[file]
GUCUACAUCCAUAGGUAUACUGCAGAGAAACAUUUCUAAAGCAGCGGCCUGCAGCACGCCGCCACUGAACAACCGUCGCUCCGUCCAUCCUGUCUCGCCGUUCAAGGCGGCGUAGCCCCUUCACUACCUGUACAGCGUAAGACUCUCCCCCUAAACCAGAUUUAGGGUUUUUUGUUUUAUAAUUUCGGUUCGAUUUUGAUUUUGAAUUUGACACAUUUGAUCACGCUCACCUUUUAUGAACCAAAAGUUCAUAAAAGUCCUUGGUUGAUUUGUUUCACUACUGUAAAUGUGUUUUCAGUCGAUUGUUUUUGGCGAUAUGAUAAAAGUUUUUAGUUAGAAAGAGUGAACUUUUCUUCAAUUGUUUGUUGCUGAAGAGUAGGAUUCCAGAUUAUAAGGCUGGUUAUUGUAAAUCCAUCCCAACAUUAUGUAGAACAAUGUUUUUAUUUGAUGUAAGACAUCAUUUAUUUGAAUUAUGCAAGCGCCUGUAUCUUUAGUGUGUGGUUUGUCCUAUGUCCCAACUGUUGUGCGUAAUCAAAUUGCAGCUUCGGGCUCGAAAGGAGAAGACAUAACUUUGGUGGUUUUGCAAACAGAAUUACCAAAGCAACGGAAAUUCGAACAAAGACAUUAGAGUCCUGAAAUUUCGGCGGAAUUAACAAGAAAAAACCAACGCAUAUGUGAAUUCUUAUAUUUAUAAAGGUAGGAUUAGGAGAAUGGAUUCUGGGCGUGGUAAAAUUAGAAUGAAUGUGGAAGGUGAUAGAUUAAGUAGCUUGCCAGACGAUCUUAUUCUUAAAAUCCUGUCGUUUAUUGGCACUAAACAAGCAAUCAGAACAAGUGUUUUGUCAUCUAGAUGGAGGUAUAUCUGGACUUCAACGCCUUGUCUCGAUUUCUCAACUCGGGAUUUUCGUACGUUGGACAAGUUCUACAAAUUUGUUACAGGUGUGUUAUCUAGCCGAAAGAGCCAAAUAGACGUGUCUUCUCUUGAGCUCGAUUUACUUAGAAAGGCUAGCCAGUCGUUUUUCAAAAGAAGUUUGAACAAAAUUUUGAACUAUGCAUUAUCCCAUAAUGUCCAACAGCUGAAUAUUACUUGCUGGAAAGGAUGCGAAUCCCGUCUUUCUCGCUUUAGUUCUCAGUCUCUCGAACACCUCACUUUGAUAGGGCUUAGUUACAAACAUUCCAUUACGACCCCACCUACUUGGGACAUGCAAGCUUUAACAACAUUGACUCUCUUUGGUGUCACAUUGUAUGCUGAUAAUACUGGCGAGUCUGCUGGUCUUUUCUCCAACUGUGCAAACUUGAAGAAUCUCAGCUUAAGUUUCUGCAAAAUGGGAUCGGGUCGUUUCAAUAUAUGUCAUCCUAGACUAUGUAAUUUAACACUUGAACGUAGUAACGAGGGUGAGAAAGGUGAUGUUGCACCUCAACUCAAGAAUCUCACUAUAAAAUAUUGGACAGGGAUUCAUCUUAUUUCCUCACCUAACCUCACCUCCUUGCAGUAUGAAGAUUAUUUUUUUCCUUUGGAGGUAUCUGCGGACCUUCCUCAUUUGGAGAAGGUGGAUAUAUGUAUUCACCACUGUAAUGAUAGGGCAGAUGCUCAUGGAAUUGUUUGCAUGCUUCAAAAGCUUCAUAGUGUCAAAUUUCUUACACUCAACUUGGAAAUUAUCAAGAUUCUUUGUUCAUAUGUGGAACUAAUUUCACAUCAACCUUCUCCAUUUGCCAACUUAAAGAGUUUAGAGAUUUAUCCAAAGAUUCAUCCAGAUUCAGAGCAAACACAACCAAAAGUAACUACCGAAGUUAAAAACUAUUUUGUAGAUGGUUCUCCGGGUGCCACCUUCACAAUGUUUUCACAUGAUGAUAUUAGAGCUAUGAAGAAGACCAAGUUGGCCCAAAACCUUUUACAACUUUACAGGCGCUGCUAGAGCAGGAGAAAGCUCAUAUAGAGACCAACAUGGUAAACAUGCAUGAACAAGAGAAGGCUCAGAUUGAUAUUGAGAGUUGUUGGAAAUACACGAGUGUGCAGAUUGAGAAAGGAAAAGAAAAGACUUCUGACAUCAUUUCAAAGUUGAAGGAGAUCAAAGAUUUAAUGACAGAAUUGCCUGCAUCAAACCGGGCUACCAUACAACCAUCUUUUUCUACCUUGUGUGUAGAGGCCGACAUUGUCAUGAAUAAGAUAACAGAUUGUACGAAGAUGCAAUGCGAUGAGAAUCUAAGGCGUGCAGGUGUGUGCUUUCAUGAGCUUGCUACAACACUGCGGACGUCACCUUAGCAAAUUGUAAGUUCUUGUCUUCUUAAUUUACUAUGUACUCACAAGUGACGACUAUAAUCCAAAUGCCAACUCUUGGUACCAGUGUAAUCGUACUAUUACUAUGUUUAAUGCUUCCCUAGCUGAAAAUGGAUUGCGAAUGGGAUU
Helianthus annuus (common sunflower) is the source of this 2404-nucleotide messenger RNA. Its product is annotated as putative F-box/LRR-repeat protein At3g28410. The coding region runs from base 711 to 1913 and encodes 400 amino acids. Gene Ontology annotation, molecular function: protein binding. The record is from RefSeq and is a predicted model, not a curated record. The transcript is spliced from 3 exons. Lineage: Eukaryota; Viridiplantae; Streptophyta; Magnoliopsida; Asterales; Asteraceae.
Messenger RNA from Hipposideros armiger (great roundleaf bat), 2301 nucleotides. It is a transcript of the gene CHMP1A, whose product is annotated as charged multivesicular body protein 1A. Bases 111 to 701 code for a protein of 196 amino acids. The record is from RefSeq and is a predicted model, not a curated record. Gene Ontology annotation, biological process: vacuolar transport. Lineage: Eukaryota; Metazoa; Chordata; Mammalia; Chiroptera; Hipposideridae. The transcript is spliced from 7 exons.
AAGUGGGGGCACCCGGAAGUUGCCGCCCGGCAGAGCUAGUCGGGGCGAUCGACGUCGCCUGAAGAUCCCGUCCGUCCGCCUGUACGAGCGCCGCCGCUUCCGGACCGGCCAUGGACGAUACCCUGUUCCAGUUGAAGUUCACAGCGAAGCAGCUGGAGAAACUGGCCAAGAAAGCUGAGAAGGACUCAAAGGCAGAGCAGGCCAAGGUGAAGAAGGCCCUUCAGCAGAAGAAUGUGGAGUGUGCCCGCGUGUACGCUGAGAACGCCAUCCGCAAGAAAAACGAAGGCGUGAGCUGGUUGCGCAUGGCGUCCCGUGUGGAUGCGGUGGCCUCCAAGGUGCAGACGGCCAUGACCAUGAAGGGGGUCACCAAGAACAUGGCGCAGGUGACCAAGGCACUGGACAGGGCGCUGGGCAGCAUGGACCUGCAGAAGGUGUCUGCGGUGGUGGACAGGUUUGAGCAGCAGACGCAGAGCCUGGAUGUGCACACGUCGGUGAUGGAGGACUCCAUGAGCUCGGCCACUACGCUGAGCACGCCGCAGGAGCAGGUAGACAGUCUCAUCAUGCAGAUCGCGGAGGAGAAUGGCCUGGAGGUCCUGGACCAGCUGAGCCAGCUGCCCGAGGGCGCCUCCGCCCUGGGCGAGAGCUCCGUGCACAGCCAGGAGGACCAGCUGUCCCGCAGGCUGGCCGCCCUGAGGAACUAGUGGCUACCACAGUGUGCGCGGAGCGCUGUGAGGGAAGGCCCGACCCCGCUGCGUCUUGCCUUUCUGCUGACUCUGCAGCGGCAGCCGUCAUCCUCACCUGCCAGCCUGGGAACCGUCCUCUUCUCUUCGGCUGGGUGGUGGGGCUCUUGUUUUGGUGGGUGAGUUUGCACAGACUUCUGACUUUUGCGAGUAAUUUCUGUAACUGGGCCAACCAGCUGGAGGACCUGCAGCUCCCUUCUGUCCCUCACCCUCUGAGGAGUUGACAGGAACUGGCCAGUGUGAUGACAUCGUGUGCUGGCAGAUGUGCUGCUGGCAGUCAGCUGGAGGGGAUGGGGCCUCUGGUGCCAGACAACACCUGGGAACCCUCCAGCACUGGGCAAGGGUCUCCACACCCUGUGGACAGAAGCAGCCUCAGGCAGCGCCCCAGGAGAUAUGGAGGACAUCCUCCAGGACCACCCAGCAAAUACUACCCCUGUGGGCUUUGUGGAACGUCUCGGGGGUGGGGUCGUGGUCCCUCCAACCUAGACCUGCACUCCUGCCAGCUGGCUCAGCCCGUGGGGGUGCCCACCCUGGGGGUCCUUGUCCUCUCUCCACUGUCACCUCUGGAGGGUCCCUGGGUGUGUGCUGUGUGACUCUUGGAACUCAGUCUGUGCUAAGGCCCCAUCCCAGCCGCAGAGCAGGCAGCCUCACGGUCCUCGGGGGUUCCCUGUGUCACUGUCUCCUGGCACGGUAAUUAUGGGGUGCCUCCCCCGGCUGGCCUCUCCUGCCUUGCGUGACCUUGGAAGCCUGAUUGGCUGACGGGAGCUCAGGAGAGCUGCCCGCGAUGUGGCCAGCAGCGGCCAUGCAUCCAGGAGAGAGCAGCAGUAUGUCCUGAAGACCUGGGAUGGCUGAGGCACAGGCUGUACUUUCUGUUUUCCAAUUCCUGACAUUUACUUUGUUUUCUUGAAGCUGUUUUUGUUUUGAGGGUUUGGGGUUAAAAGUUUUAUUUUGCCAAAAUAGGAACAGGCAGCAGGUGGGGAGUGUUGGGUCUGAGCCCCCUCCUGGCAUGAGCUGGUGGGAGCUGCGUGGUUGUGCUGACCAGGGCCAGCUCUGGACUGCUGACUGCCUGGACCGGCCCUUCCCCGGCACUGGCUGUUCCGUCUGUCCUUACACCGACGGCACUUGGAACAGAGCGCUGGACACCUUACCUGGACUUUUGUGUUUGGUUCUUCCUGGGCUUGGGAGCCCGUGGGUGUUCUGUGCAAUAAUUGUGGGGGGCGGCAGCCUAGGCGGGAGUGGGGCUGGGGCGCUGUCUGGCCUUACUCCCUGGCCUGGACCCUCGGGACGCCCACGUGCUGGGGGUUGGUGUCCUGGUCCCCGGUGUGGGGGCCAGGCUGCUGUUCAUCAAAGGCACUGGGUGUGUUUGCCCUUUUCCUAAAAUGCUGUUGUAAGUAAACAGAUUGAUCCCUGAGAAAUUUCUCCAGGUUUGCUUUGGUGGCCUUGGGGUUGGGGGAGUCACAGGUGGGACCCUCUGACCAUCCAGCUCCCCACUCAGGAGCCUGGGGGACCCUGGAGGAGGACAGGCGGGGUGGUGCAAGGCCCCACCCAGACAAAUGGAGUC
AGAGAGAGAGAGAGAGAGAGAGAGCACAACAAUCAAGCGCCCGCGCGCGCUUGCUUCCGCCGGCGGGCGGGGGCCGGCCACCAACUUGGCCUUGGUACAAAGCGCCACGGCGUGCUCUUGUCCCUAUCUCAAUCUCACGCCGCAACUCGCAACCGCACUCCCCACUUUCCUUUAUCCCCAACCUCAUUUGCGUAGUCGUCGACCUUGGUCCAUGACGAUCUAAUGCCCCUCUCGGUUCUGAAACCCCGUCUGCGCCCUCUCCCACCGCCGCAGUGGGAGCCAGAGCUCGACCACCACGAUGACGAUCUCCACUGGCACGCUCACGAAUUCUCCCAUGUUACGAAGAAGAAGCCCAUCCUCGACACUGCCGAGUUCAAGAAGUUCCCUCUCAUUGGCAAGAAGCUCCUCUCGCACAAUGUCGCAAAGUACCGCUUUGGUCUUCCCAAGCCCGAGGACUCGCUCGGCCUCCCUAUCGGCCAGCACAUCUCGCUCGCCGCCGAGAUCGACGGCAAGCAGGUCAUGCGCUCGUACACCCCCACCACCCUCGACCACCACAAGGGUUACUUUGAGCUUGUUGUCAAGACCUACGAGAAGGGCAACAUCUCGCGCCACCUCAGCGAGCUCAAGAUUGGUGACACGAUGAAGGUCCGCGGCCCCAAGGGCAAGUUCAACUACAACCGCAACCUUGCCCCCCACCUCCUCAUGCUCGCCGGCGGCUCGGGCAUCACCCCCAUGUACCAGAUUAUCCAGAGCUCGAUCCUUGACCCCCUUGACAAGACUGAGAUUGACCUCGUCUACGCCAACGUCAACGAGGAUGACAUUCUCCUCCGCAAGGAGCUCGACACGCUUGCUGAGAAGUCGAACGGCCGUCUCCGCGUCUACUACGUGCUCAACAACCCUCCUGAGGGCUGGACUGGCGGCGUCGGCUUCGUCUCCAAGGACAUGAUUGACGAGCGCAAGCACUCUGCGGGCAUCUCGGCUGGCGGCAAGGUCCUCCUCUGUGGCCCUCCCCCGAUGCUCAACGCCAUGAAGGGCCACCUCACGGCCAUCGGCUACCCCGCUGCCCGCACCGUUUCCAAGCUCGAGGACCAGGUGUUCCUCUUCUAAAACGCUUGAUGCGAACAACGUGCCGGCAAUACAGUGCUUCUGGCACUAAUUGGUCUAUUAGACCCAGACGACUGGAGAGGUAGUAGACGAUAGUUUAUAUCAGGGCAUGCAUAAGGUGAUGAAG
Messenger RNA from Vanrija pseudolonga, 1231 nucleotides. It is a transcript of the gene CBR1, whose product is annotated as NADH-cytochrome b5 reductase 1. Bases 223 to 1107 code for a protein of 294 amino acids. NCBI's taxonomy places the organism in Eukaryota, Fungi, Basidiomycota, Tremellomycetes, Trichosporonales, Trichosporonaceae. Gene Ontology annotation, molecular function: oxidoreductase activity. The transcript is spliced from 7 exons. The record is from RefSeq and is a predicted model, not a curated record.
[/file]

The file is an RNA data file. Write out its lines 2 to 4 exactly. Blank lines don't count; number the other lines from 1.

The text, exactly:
Helianthus annuus (common sunflower) is the source of this 2404-nucleotide messenger RNA. Its product is annotated as putative F-box/LRR-repeat protein At3g28410. The coding region runs from base 711 to 1913 and encodes 400 amino acids. Gene Ontology annotation, molecular function: protein binding. The record is from RefSeq and is a predicted model, not a curated record. The transcript is spliced from 3 exons. Lineage: Eukaryota; Viridiplantae; Streptophyta; Magnoliopsida; Asterales; Asteraceae.
Messenger RNA from Hipposideros armiger (great roundleaf bat), 2301 nucleotides. It is a transcript of the gene CHMP1A, whose product is annotated as charged multivesicular body protein 1A. Bases 111 to 701 code for a protein of 196 amino acids. The record is from RefSeq and is a predicted model, not a curated record. Gene Ontology annotation, biological process: vacuolar transport. Lineage: Eukaryota; Metazoa; Chordata; Mammalia; Chiroptera; Hipposideridae. The transcript is spliced from 7 exons.
AAGUGGGGGCACCCGGAAGUUGCCGCCCGGCAGAGCUAGUCGGGGCGAUCGACGUCGCCUGAAGAUCCCGUCCGUCCGCCUGUACGAGCGCCGCCGCUUCCGGACCGGCCAUGGACGAUACCCUGUUCCAGUUGAAGUUCACAGCGAAGCAGCUGGAGAAACUGGCCAAGAAAGCUGAGAAGGACUCAAAGGCAGAGCAGGCCAAGGUGAAGAAGGCCCUUCAGCAGAAGAAUGUGGAGUGUGCCCGCGUGUACGCUGAGAACGCCAUCCGCAAGAAAAACGAAGGCGUGAGCUGGUUGCGCAUGGCGUCCCGUGUGGAUGCGGUGGCCUCCAAGGUGCAGACGGCCAUGACCAUGAAGGGGGUCACCAAGAACAUGGCGCAGGUGACCAAGGCACUGGACAGGGCGCUGGGCAGCAUGGACCUGCAGAAGGUGUCUGCGGUGGUGGACAGGUUUGAGCAGCAGACGCAGAGCCUGGAUGUGCACACGUCGGUGAUGGAGGACUCCAUGAGCUCGGCCACUACGCUGAGCACGCCGCAGGAGCAGGUAGACAGUCUCAUCAUGCAGAUCGCGGAGGAGAAUGGCCUGGAGGUCCUGGACCAGCUGAGCCAGCUGCCCGAGGGCGCCUCCGCCCUGGGCGAGAGCUCCGUGCACAGCCAGGAGGACCAGCUGUCCCGCAGGCUGGCCGCCCUGAGGAACUAGUGGCUACCACAGUGUGCGCGGAGCGCUGUGAGGGAAGGCCCGACCCCGCUGCGUCUUGCCUUUCUGCUGACUCUGCAGCGGCAGCCGUCAUCCUCACCUGCCAGCCUGGGAACCGUCCUCUUCUCUUCGGCUGGGUGGUGGGGCUCUUGUUUUGGUGGGUGAGUUUGCACAGACUUCUGACUUUUGCGAGUAAUUUCUGUAACUGGGCCAACCAGCUGGAGGACCUGCAGCUCCCUUCUGUCCCUCACCCUCUGAGGAGUUGACAGGAACUGGCCAGUGUGAUGACAUCGUGUGCUGGCAGAUGUGCUGCUGGCAGUCAGCUGGAGGGGAUGGGGCCUCUGGUGCCAGACAACACCUGGGAACCCUCCAGCACUGGGCAAGGGUCUCCACACCCUGUGGACAGAAGCAGCCUCAGGCAGCGCCCCAGGAGAUAUGGAGGACAUCCUCCAGGACCACCCAGCAAAUACUACCCCUGUGGGCUUUGUGGAACGUCUCGGGGGUGGGGUCGUGGUCCCUCCAACCUAGACCUGCACUCCUGCCAGCUGGCUCAGCCCGUGGGGGUGCCCACCCUGGGGGUCCUUGUCCUCUCUCCACUGUCACCUCUGGAGGGUCCCUGGGUGUGUGCUGUGUGACUCUUGGAACUCAGUCUGUGCUAAGGCCCCAUCCCAGCCGCAGAGCAGGCAGCCUCACGGUCCUCGGGGGUUCCCUGUGUCACUGUCUCCUGGCACGGUAAUUAUGGGGUGCCUCCCCCGGCUGGCCUCUCCUGCCUUGCGUGACCUUGGAAGCCUGAUUGGCUGACGGGAGCUCAGGAGAGCUGCCCGCGAUGUGGCCAGCAGCGGCCAUGCAUCCAGGAGAGAGCAGCAGUAUGUCCUGAAGACCUGGGAUGGCUGAGGCACAGGCUGUACUUUCUGUUUUCCAAUUCCUGACAUUUACUUUGUUUUCUUGAAGCUGUUUUUGUUUUGAGGGUUUGGGGUUAAAAGUUUUAUUUUGCCAAAAUAGGAACAGGCAGCAGGUGGGGAGUGUUGGGUCUGAGCCCCCUCCUGGCAUGAGCUGGUGGGAGCUGCGUGGUUGUGCUGACCAGGGCCAGCUCUGGACUGCUGACUGCCUGGACCGGCCCUUCCCCGGCACUGGCUGUUCCGUCUGUCCUUACACCGACGGCACUUGGAACAGAGCGCUGGACACCUUACCUGGACUUUUGUGUUUGGUUCUUCCUGGGCUUGGGAGCCCGUGGGUGUUCUGUGCAAUAAUUGUGGGGGGCGGCAGCCUAGGCGGGAGUGGGGCUGGGGCGCUGUCUGGCCUUACUCCCUGGCCUGGACCCUCGGGACGCCCACGUGCUGGGGGUUGGUGUCCUGGUCCCCGGUGUGGGGGCCAGGCUGCUGUUCAUCAAAGGCACUGGGUGUGUUUGCCCUUUUCCUAAAAUGCUGUUGUAAGUAAACAGAUUGAUCCCUGAGAAAUUUCUCCAGGUUUGCUUUGGUGGCCUUGGGGUUGGGGGAGUCACAGGUGGGACCCUCUGACCAUCCAGCUCCCCACUCAGGAGCCUGGGGGACCCUGGAGGAGGACAGGCGGGGUGGUGCAAGGCCCCACCCAGACAAAUGGAGUC